Historically, Stein Mart was shipping freight directly from its vendors to its 260 stores via small parcel carriers. Even though the parcel carriers were doing a commendable job of delivering the merchandise in a timely manner, this process had its drawbacks.
Compliance with packaging and floor-ready guidelines was difficult to monitor and measure, freight visibility was limited, and store delivery appointment times were not consistent and often occurred while stores were open for business.
“There were expenses at the stores to get the merchandise ready to sell; and there were also problems with managing the receipt of our product and our ability to reconcile anything that was not in compliance.”
In 2008, at the low point of the Great Recession, many U.S. businesses were hurting. Stein Mart made a conscious decision to review all expenses and make the organization work more efficiently. Part of that decision was to take an overall look at its supply chain and to ultimately move to a more sophisticated, cost-effective model.
“Based on the business review that occurred in 2008, and with full support of the organization, we began to transition our supply chain,” says Schart. “I arrived in November 2008, and Bill and Gregg were my first hires. We were confident we could pull it off, but we were concerned how fast we could pull it off.”
According to Schart, it came down to three keys: getting the right people on board to develop and manage this new strategy; finding the right carrier and 3PL partners; and partnering with the rest of the Stein Mart organization, especially IT, to align and support the new concept.
The groundwork for launching the new supply chain took about six months. It involved educating vendors on new processes and expectations, working with finance to develop systems to capture costs, launching technology (including EDI for billing), as well as hiring a new set of 3PLs and TL and LTL carriers. “Those six months were grueling, but worth it,” says Sayers. “We all aged in dog years in those six months.”
Putting it to work
In May 2009, Stein Mart launched its new supply chain network. The four-wall network is comprised of consolidation centers (CCs) and stores distribution centers (SDCs). The inbound transportation network is comprised of TL, LTL, and intermodal carriers. The outbound transportation network is comprised of dedicated fleets and pool distribution companies.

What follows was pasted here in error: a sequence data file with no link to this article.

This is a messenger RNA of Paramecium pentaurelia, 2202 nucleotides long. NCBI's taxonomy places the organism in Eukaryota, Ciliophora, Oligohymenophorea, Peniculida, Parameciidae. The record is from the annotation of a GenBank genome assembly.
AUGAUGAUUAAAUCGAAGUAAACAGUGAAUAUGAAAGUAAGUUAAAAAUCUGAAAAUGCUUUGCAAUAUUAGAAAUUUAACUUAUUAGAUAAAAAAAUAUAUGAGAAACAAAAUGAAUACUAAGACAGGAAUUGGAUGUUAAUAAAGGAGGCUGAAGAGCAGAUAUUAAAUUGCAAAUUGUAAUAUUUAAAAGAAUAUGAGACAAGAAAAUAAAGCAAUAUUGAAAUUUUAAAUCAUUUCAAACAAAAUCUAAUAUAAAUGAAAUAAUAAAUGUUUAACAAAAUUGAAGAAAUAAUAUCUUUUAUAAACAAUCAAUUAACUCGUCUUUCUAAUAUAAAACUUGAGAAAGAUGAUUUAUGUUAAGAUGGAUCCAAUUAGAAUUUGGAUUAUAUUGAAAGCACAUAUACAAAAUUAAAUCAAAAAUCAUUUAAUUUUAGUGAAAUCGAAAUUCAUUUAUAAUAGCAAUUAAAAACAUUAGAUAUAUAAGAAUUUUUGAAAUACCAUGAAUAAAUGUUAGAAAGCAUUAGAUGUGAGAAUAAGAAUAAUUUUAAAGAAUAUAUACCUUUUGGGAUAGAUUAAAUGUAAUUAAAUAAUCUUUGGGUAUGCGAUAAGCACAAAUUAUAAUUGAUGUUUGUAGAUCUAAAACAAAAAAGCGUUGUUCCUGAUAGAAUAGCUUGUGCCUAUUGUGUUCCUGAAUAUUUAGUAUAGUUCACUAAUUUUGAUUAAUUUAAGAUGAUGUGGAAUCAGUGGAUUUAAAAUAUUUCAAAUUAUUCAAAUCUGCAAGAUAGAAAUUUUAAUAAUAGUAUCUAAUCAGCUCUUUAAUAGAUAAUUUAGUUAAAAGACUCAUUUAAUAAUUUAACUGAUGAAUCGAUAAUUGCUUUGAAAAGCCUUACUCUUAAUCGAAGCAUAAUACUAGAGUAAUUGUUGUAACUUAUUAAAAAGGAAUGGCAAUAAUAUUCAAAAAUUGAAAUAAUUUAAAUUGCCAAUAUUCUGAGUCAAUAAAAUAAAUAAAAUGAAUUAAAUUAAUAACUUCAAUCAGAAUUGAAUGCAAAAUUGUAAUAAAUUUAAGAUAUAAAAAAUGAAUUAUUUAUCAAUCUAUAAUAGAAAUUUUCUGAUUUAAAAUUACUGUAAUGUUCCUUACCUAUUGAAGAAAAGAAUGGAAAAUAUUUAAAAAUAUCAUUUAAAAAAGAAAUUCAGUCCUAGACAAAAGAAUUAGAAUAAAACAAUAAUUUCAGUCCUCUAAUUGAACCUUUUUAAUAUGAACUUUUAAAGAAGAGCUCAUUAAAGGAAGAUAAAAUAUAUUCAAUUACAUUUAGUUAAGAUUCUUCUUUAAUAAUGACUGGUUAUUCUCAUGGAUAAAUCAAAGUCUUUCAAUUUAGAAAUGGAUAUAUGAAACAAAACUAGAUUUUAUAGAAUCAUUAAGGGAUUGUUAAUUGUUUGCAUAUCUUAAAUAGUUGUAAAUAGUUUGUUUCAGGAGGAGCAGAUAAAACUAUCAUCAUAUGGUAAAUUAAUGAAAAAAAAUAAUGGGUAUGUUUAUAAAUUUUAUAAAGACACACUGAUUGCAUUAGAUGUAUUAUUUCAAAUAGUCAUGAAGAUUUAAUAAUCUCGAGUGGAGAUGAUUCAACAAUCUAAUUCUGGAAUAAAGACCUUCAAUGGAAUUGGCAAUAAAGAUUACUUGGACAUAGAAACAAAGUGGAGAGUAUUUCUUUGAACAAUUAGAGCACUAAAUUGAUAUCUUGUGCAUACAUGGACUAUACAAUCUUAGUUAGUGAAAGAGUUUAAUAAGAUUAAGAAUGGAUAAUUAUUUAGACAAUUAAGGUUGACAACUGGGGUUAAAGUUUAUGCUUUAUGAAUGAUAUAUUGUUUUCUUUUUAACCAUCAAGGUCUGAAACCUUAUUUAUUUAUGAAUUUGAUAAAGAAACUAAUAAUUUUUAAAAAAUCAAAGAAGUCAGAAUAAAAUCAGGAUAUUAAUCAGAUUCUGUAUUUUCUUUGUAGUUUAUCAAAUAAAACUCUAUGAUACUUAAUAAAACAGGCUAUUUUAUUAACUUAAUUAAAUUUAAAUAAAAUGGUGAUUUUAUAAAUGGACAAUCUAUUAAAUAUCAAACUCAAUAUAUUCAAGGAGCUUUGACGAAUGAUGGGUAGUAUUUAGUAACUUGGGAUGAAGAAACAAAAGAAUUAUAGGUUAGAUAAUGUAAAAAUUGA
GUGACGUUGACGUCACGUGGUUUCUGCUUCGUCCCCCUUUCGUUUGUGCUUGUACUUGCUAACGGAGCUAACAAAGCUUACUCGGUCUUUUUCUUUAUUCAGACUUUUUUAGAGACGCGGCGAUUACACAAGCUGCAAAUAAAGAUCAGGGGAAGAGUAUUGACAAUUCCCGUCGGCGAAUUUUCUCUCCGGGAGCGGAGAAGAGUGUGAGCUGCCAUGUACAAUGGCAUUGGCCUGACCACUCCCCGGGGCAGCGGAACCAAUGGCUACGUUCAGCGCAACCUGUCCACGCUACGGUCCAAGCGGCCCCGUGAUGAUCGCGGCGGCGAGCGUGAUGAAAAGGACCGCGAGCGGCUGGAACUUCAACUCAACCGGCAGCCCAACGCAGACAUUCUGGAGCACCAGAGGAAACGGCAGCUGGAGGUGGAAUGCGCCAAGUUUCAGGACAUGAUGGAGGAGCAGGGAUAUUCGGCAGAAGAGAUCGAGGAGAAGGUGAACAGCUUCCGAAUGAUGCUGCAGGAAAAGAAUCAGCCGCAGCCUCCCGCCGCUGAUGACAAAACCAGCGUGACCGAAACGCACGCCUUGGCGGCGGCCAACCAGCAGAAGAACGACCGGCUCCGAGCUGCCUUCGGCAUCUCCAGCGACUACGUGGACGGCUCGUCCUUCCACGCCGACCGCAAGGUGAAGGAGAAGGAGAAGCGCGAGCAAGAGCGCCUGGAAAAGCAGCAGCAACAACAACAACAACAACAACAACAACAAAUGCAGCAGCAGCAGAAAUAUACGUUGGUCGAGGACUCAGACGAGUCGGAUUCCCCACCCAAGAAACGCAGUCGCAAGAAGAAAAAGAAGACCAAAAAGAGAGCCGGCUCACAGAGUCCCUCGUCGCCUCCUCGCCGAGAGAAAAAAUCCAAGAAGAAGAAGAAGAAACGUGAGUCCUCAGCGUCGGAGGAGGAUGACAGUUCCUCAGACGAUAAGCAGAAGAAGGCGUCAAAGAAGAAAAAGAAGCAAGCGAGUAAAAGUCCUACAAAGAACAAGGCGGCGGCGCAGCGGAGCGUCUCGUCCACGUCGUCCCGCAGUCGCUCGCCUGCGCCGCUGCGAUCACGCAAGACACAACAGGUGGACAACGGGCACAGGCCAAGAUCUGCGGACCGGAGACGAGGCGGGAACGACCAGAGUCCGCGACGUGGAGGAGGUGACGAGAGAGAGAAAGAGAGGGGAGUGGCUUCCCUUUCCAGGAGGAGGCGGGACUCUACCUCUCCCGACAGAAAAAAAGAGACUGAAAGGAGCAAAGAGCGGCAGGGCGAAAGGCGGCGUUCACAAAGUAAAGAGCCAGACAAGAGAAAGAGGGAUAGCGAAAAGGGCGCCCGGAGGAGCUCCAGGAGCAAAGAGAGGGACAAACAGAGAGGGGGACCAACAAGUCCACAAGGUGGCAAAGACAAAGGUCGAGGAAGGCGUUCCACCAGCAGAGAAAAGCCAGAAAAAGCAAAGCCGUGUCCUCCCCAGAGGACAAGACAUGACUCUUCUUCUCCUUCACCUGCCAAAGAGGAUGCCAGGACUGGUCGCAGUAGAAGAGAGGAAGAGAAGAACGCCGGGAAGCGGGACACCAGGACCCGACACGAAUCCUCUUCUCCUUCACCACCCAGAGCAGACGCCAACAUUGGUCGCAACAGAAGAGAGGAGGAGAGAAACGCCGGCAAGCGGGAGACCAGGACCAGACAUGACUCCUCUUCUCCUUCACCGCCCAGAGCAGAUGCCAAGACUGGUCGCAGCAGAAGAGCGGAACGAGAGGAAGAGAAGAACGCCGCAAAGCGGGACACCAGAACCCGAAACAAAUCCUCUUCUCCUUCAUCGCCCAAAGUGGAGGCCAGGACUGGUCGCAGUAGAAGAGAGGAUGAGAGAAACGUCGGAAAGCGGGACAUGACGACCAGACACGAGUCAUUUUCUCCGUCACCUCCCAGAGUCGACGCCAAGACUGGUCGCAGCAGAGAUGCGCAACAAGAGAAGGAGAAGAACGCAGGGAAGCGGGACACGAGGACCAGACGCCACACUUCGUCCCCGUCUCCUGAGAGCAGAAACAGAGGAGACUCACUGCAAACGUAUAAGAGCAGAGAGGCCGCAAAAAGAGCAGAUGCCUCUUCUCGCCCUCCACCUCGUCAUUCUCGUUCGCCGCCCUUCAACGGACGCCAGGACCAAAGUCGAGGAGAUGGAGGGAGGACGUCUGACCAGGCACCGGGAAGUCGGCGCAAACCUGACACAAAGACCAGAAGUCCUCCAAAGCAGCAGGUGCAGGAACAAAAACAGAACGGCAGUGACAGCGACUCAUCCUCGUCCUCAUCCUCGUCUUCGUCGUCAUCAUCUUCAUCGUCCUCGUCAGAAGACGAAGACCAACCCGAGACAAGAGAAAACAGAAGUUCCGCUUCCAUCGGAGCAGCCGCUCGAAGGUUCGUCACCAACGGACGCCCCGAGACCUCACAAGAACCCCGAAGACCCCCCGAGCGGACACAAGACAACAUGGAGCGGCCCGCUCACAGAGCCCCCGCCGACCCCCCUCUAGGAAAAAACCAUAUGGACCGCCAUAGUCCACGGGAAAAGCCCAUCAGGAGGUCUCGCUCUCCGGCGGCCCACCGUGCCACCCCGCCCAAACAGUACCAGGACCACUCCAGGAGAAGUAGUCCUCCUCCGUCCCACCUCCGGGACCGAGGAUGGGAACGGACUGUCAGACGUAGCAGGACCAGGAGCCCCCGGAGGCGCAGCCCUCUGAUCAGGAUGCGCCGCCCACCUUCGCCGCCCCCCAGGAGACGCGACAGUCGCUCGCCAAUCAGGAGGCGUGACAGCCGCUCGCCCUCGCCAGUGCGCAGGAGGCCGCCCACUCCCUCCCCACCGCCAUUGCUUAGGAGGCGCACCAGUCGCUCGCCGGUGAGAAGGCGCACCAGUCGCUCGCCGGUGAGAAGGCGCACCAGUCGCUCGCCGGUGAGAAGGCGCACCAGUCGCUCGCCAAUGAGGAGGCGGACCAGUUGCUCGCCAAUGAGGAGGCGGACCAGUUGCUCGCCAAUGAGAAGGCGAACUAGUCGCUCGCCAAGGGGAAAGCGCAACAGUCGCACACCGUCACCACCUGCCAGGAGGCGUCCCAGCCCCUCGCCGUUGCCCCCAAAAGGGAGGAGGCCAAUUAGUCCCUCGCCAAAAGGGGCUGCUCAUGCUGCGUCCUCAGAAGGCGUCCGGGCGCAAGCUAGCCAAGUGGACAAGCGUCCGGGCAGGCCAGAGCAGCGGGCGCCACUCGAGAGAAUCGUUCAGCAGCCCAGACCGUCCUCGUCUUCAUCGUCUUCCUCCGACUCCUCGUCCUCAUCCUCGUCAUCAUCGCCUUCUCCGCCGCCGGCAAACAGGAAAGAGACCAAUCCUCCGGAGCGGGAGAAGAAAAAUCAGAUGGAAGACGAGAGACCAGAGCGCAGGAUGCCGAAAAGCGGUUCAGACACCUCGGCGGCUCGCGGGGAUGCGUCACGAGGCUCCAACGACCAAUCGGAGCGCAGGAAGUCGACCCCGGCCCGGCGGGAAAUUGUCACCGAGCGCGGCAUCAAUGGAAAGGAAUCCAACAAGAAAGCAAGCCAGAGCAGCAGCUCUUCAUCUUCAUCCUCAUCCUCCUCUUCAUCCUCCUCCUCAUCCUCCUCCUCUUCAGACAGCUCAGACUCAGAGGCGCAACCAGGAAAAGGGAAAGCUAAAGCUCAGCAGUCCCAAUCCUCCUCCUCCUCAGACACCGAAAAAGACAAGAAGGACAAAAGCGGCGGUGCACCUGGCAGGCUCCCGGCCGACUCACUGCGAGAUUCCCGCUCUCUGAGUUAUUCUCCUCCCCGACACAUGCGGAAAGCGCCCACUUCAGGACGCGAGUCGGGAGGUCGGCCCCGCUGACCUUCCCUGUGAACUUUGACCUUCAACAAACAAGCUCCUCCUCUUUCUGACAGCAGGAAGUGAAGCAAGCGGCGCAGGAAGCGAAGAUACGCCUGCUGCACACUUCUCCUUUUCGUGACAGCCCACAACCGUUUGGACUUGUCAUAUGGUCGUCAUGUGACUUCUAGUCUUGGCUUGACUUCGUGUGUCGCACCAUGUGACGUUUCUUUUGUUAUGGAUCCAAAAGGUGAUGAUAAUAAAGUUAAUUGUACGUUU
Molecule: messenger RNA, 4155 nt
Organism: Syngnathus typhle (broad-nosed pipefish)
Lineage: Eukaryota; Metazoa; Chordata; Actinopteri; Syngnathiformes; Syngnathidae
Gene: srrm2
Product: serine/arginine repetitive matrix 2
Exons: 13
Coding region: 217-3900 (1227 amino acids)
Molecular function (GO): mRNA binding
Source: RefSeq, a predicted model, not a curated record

Almost immediately upon launch of Stein Mart’s new supply chain, things changed. Through its vendor support program, the company began partnering with its vendors, educating and communicating new expectations and guidelines. These included pre-ticketing and pre-hanging requirements to ensure the merchandise was “floor ready.”
The team also included several new EDI transactions, which replaced a less sophisticated method of billing. Goods are all identified through the use of industry standard bar coded shipping labels. “We did very little EDI before this started,” says Stover. “We had to lay all of that groundwork.”
The result of this partnership was that stores were able to receive the product by scanning the carton, as opposed to having to open and tally each unit within the carton. This significantly reduced the time a carton spent in the back room of the store and ensured merchandise could be on the selling floor immediately after receipt. “Our vendors deserve a tremendous amount of credit for their efforts to adjust their processes to support our new supply chain,” says Schart.
Stein Mart’s distribution centers took over the role of inspection and value added services such as ticketing and validation of carton contents. This ensured that when cartons arrived at the stores, the merchandise inside was exactly what the stores had been allocated by the merchants. A new delivery network introduced day/time definite deliveries so the stores could plan on—within a half-hour—the expected delivery of their merchandise, making labor scheduling much more efficient.